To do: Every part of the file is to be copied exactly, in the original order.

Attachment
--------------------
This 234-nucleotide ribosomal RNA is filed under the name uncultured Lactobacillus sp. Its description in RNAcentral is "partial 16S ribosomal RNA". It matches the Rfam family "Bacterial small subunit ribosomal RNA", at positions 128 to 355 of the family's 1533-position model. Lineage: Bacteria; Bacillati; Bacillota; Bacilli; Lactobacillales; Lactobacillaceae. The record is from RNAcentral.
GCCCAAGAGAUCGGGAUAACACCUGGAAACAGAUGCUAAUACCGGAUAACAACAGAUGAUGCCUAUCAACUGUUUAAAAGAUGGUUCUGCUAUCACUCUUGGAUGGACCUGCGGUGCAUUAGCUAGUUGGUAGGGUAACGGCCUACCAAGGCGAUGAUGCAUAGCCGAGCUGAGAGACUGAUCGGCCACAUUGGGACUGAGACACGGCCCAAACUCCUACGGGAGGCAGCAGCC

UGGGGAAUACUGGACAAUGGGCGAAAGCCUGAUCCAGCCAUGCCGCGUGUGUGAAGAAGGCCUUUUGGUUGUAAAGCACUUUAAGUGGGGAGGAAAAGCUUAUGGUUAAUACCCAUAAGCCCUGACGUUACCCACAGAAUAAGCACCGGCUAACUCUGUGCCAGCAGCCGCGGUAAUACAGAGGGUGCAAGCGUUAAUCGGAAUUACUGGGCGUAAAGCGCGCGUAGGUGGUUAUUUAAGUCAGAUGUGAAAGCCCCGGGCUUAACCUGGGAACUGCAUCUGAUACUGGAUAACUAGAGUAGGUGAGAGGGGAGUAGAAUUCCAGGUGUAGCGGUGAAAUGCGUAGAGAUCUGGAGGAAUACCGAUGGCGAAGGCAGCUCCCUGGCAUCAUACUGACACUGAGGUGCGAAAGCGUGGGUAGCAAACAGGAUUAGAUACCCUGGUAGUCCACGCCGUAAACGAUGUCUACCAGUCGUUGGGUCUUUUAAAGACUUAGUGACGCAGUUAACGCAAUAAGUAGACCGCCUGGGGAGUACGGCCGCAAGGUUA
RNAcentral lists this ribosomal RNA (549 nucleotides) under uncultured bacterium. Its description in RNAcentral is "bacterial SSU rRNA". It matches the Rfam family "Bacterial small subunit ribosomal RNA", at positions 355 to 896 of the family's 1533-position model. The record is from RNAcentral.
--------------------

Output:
This 234-nucleotide ribosomal RNA is filed under the name uncultured Lactobacillus sp. Its description in RNAcentral is "partial 16S ribosomal RNA". It matches the Rfam family "Bacterial small subunit ribosomal RNA", at positions 128 to 355 of the family's 1533-position model. Lineage: Bacteria; Bacillati; Bacillota; Bacilli; Lactobacillales; Lactobacillaceae. The record is from RNAcentral.
GCCCAAGAGAUCGGGAUAACACCUGGAAACAGAUGCUAAUACCGGAUAACAACAGAUGAUGCCUAUCAACUGUUUAAAAGAUGGUUCUGCUAUCACUCUUGGAUGGACCUGCGGUGCAUUAGCUAGUUGGUAGGGUAACGGCCUACCAAGGCGAUGAUGCAUAGCCGAGCUGAGAGACUGAUCGGCCACAUUGGGACUGAGACACGGCCCAAACUCCUACGGGAGGCAGCAGCC

UGGGGAAUACUGGACAAUGGGCGAAAGCCUGAUCCAGCCAUGCCGCGUGUGUGAAGAAGGCCUUUUGGUUGUAAAGCACUUUAAGUGGGGAGGAAAAGCUUAUGGUUAAUACCCAUAAGCCCUGACGUUACCCACAGAAUAAGCACCGGCUAACUCUGUGCCAGCAGCCGCGGUAAUACAGAGGGUGCAAGCGUUAAUCGGAAUUACUGGGCGUAAAGCGCGCGUAGGUGGUUAUUUAAGUCAGAUGUGAAAGCCCCGGGCUUAACCUGGGAACUGCAUCUGAUACUGGAUAACUAGAGUAGGUGAGAGGGGAGUAGAAUUCCAGGUGUAGCGGUGAAAUGCGUAGAGAUCUGGAGGAAUACCGAUGGCGAAGGCAGCUCCCUGGCAUCAUACUGACACUGAGGUGCGAAAGCGUGGGUAGCAAACAGGAUUAGAUACCCUGGUAGUCCACGCCGUAAACGAUGUCUACCAGUCGUUGGGUCUUUUAAAGACUUAGUGACGCAGUUAACGCAAUAAGUAGACCGCCUGGGGAGUACGGCCGCAAGGUUA
RNAcentral lists this ribosomal RNA (549 nucleotides) under uncultured bacterium. Its description in RNAcentral is "bacterial SSU rRNA". It matches the Rfam family "Bacterial small subunit ribosomal RNA", at positions 355 to 896 of the family's 1533-position model. The record is from RNAcentral.